Kevin Jones is clearly on the way up in the Cardiff arts scene, but unfortunately Shed Man doesn’t prove to be his third triumph in nearly as many weeks.
‘Get It While It’s Hot’ is a brand new scheme by the Sherman Theatre to help emerging South Wales based theatre companies perform in a professional venue with the support of an award winning producing theatre. For the pretty reasonable price of £12.50, you as a punter get a pie, a pint and a play – a bargain for an evenings entertainment. First up is Clock Tower Theatre’s Shed Man, written by Kevin Jones. Having recently had plays produced at both AJ’s Coffe House (Izzy’s Manifestos) and The Other Room (Cardiff Boy), it’s clear that this writer is running on something of a hot streak. But how will his writing fare in the larger space of the Sherman studio?
On a hot bank holiday weekend, Brian (Benedict Hurley) decides to build a shed, a place to store his ‘stuff’ (whatever that might mean). The wrong side of 40, miserable in his job and feeling overwhelmed by life, Brian clearly feels like creating his own private oasis will help him cope. As Brian attempts to piece together his shed, he becomes increasingly distracted by his mother Pat (Siw Hughes) and his boss, the overbearing Mr Tatum (Joe Burke). Taunted for not being able to provide for his family, for being a disappointment and an embarrassment, Brian eventually reaches boiling point.
Utilising a set of green astro-turf, a classic looking white picket fence and a rather easily assembled shed, Shed Man starts life feeling like a naturalistic drama about a man on the edge of loosing it all, before beginning to stray into more surreal almost Pinter-esque territory. It transpires that not all of what occurs on stage is quite as it seems, yet this reveal feels a little jarring. While both Siw Hughes’ performance as Pat and Joe Burke’s performance as Mr Tatum are individually good, their different methods of playing the roles don’t mesh into the style of drama coherently. Burke’s character becomes a more and more outrageous caricature of what Brian imagines his boss to be, while Hughes’ character remains almost identical throughout.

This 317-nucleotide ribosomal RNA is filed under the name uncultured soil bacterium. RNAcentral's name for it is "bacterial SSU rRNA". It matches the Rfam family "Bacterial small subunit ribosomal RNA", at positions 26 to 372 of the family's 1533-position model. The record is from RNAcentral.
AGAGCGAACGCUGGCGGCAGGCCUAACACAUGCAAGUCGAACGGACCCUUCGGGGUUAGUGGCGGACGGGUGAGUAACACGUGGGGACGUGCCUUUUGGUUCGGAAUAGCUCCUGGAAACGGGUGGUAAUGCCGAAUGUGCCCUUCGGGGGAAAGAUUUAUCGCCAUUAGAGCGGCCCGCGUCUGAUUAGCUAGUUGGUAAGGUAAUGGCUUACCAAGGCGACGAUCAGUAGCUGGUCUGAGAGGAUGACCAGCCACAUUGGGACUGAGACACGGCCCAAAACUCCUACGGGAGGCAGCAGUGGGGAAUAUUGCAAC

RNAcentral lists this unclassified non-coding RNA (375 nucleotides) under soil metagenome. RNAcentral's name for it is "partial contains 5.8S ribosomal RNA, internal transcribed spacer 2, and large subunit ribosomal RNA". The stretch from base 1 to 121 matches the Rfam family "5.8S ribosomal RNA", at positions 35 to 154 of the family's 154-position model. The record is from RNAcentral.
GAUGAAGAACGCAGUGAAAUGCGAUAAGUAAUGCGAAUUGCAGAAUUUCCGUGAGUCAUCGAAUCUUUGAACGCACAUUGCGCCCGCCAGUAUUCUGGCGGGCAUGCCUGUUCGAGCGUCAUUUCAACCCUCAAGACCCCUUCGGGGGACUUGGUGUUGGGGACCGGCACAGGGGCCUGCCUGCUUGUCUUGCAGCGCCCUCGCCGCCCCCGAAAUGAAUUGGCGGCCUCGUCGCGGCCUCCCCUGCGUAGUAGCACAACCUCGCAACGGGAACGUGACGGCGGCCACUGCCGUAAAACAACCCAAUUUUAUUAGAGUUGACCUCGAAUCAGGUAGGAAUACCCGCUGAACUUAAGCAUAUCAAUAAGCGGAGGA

As Brian struggles to cope, Shed Man’s real troubles appear. The play attempts to grapple with mental health issues, yet its portrayal of this is unfortunately a little ham-fisted. Rather than creating a nuanced portrayal of someone who lives with a mental health condition, the play relies on well-worn tropes and theatrical conventions in an attempt to portray a man teetering on the edge of a breakdown. Benedict Hurley has the overwhelming majority of the heavy lifting (both literally and emotionally) to do during Shed Man, and while he is generally convincing, it is a huge weight to carry when compared to the rest of the cast. Overall, the play sometimes feels like it’s running at 75%, when it has the potential with a little tweaking to truly fly. Kevin Jones is clearly on the way up in the Cardiff arts scene, but unfortunately Shed Man doesn’t prove to be his third triumph in nearly as many weeks.
Shed Man is running at the Sherman Theatre until 17h November 2018. For more information and tickets click here
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